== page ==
Posted by Ivan Rendall on Saturday, 4 September 2014 in Blogging
Russia, and these days that seems to mean Vladimir Putin, has been looking for ways to take part in the flashier jamborees developed in western society for some time: the Sochi Winter Olympics, the 2018 Football World Cup – and the 2014 Formula One World Championship. On October 12th, Bernie Ecclestone’s high-tech circus is scheduled to go to Sochi for the first Russian Grand Prix since 1914. Russia will be on the calendar, on a par with China, Korea, Singapore, India and Bahrain.
It probably won’t trouble the agenda at the NATO summit, but there have been stirrings in Brussels about boycotting the 2018 World Cup because of Putin’s war in Ukraine. There have even been a few little squeaks about cancelling the Sochi Grand Prix, a natural target for economic sanctions, hitting Putin and his cronies in their collective pockets, and quite a propaganda coup for western governments.
But Vlad is nothing if not determined, as is Bernie. However, be warned Mr. Putin, that motor racing is a complicated and mysterious business: raw capitalism on the fringes of sport. If there is a defining theme it is that at its best, involvement in Formula 1 is a succession of ups and downs as even the late opportunist Enzo Ferrari discovered.
And yet, Ferrari and Mercedes have survived, the former since the 1920s, the latter since 1908, and they have prospered as part of their respective national and international psyche and developed as part of international popular culture. Formula 1 is the third greatest sport on TV because the people in it have made it what it is, not their governments.
So, Mr. Vlad, you might like to consider the mixed fortunes of national governments who have meddled in motor racing politics as a way of seeking to profit from the huge popularity of the mercurial, even enigmatic business with its fluctuating fortunes, high demand for cash and finely balanced reputation.
There are no points for second best and Adolf Hitler, for all his great strategic mistakes understood its true value. A month after he was elected to power in 1933 he announced a Nazi government fund of 500,000 Reich marks (about £5.8m today) to build racing cars. His plan was to use motor racing to promote Germany to Germans and to the outside world, to convince them all that the National Socialist economy was superior in fostering a high technology industry.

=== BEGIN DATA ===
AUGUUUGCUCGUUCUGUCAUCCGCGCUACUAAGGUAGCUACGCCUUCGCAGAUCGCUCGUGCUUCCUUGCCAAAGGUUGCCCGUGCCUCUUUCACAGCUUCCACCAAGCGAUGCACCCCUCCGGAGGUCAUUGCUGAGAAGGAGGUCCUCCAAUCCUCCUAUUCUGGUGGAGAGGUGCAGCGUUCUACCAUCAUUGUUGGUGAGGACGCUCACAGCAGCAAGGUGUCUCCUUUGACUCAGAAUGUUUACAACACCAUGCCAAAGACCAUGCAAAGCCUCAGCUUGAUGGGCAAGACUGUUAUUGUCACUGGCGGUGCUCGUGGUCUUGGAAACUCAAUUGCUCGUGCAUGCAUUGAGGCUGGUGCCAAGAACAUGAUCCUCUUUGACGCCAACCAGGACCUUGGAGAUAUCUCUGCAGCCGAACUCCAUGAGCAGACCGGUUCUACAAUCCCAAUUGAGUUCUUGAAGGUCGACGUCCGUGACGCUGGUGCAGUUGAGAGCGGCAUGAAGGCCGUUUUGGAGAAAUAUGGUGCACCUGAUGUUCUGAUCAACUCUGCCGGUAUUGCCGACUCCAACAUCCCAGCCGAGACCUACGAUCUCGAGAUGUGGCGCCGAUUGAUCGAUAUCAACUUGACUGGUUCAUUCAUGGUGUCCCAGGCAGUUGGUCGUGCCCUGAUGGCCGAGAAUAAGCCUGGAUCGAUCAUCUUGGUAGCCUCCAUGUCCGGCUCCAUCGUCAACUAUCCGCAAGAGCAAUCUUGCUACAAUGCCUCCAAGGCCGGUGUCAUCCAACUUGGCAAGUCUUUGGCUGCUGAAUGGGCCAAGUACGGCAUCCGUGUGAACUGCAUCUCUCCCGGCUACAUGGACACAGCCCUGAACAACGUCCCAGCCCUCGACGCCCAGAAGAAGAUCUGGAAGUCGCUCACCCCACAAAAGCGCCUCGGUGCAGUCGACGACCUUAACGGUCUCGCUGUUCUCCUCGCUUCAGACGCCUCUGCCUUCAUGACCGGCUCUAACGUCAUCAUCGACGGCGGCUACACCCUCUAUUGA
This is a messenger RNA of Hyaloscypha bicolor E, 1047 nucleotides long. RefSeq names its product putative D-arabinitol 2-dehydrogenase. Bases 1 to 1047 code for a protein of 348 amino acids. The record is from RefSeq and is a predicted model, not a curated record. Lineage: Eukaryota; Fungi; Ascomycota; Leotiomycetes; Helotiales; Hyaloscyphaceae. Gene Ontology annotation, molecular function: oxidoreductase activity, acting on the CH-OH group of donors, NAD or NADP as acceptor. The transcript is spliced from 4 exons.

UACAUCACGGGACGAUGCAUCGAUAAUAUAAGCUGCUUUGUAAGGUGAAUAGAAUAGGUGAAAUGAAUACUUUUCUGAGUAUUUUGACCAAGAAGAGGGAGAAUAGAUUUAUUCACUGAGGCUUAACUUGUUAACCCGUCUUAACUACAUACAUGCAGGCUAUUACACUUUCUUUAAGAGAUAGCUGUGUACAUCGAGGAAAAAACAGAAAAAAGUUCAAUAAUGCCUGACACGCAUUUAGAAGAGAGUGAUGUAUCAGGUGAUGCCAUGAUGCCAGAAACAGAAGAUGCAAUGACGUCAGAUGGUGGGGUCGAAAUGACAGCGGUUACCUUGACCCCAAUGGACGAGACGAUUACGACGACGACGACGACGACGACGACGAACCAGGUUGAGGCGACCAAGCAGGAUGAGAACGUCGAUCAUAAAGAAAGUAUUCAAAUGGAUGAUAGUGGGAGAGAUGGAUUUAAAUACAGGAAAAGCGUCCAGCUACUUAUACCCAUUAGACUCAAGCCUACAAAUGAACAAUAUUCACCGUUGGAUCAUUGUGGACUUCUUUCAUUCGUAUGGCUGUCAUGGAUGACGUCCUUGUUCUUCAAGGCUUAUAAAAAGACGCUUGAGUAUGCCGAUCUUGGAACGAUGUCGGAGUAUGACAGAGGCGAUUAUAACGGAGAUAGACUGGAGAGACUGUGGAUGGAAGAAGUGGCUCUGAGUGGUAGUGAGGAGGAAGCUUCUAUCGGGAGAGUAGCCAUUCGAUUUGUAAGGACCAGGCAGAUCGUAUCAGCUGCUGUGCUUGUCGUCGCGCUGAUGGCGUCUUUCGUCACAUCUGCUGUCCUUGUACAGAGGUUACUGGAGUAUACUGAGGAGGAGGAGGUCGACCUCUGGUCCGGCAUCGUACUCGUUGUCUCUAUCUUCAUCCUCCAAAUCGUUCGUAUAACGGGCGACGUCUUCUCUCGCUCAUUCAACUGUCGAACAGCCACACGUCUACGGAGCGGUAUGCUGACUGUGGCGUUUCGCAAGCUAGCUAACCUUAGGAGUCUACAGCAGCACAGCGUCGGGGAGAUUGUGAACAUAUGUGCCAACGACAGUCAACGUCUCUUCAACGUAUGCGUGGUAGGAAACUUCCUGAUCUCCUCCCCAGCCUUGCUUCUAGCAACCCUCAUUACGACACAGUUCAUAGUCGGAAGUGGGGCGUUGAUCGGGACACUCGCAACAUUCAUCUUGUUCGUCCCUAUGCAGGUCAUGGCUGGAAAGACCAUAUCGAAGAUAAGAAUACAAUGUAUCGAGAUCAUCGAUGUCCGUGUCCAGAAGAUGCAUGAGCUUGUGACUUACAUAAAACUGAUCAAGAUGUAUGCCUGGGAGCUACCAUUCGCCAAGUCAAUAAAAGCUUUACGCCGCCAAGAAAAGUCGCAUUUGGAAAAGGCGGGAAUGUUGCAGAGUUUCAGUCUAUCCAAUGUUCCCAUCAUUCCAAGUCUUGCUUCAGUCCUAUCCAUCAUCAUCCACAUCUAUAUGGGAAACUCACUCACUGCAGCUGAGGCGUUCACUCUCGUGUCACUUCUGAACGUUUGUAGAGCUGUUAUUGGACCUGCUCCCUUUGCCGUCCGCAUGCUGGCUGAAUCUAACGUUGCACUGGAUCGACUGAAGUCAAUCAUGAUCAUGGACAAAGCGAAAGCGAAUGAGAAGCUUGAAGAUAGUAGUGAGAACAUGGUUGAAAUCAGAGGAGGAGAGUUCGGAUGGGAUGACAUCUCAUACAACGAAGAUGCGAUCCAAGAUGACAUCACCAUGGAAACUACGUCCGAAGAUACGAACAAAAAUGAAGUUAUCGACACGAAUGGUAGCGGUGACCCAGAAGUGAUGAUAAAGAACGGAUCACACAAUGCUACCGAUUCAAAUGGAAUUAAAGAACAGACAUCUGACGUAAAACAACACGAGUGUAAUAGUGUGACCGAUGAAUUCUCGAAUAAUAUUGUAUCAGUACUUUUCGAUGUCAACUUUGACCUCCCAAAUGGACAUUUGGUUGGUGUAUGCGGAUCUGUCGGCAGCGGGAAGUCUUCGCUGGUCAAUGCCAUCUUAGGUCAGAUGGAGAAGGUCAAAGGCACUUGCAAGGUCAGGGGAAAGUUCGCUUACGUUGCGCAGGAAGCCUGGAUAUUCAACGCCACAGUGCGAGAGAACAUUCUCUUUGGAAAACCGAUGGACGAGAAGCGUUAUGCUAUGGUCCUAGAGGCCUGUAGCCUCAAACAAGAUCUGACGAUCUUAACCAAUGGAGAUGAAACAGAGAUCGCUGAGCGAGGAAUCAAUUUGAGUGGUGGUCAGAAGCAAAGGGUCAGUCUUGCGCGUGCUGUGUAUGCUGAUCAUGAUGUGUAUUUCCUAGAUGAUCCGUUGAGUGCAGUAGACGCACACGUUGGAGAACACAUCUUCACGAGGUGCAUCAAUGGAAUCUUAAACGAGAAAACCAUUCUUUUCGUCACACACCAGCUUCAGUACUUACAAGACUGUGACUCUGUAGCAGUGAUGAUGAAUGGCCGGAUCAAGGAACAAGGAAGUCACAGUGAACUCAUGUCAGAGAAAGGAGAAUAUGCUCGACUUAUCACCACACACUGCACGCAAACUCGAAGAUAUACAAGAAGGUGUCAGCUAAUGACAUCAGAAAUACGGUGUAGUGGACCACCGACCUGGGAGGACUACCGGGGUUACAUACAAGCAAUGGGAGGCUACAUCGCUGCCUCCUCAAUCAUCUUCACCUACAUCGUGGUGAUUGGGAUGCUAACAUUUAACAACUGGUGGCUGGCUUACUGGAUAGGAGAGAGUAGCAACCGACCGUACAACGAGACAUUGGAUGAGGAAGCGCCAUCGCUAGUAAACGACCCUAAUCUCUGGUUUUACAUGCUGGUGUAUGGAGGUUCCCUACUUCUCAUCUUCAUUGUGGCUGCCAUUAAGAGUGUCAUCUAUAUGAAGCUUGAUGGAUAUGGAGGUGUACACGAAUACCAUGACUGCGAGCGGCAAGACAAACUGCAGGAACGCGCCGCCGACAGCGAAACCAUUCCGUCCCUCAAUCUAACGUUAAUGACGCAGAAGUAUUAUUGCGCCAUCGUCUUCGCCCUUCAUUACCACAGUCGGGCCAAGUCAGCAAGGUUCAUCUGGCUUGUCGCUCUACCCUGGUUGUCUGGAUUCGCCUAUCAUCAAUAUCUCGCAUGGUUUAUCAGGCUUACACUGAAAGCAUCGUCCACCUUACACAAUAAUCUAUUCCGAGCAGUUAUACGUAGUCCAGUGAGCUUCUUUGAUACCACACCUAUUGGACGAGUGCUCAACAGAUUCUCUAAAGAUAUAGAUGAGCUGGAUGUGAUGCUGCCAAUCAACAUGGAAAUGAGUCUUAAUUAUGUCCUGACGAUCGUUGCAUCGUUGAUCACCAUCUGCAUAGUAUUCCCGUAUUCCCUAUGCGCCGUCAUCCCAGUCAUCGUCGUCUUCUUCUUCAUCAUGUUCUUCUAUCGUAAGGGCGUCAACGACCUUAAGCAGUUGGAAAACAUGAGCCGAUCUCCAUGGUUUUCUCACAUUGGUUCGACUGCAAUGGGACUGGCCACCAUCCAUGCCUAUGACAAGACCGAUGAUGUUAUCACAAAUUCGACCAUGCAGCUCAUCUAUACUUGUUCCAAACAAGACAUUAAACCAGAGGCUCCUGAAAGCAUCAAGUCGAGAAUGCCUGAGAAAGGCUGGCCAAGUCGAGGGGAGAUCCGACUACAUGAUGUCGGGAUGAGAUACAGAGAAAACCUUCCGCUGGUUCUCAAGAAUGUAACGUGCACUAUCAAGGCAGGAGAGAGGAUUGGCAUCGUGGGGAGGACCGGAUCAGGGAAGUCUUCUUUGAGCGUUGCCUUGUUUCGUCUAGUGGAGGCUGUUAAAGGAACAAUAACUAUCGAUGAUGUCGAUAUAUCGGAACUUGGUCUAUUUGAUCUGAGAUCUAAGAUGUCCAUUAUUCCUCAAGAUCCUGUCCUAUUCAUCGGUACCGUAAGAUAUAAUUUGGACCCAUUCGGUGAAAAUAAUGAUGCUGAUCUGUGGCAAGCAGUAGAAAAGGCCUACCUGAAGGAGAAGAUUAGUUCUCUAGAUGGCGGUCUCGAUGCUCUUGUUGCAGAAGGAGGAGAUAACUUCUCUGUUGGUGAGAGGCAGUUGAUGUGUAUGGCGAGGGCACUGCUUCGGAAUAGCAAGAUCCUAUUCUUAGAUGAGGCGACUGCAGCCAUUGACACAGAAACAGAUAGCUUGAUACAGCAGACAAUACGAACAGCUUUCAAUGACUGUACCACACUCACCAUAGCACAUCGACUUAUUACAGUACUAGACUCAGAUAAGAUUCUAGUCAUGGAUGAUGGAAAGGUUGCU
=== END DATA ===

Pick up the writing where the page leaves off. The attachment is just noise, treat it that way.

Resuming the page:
It was also a cultural investment: a way of entertaining people on the lines of bread and circuses, of stirring up patriotism. But he knew too that most Germans were technically literate and appreciated cars. At the same time as backing racing cars, Hitler invested in the Volkswagen.
The racing money was divided between Mercedes and Auto Union. Each company built a stunning series of innovative cars: Mercedes pioneered independent suspension while AU put the engine behind the driver. Both companies’ cars were painted silver, Germany’s racing colour since 1902, and collectively they were known as the Silver Arrows.
The rest is motor racing history. Hitler’s plan worked as precisely as he intended, exceeding expectations as a propaganda tool. In motor racing at least, Nazi Germany looked, and was, invincible: German cars with German (and a few Italian) drivers, dominated Grand Prix racing until the Second World War broke out in 1939.
Following the Allied victory in 1945, Britain’s secret service, MI6, rifled through the Nazi archives. Among the military secrets, it found the complete Mercedes and Auto Union archive, the design secrets and the public relations policy. Our spooks, in between spying on the Russians, studied the papers. They became the basis of an idea: to project British national prestige by emulating the success of the Silver Arrows.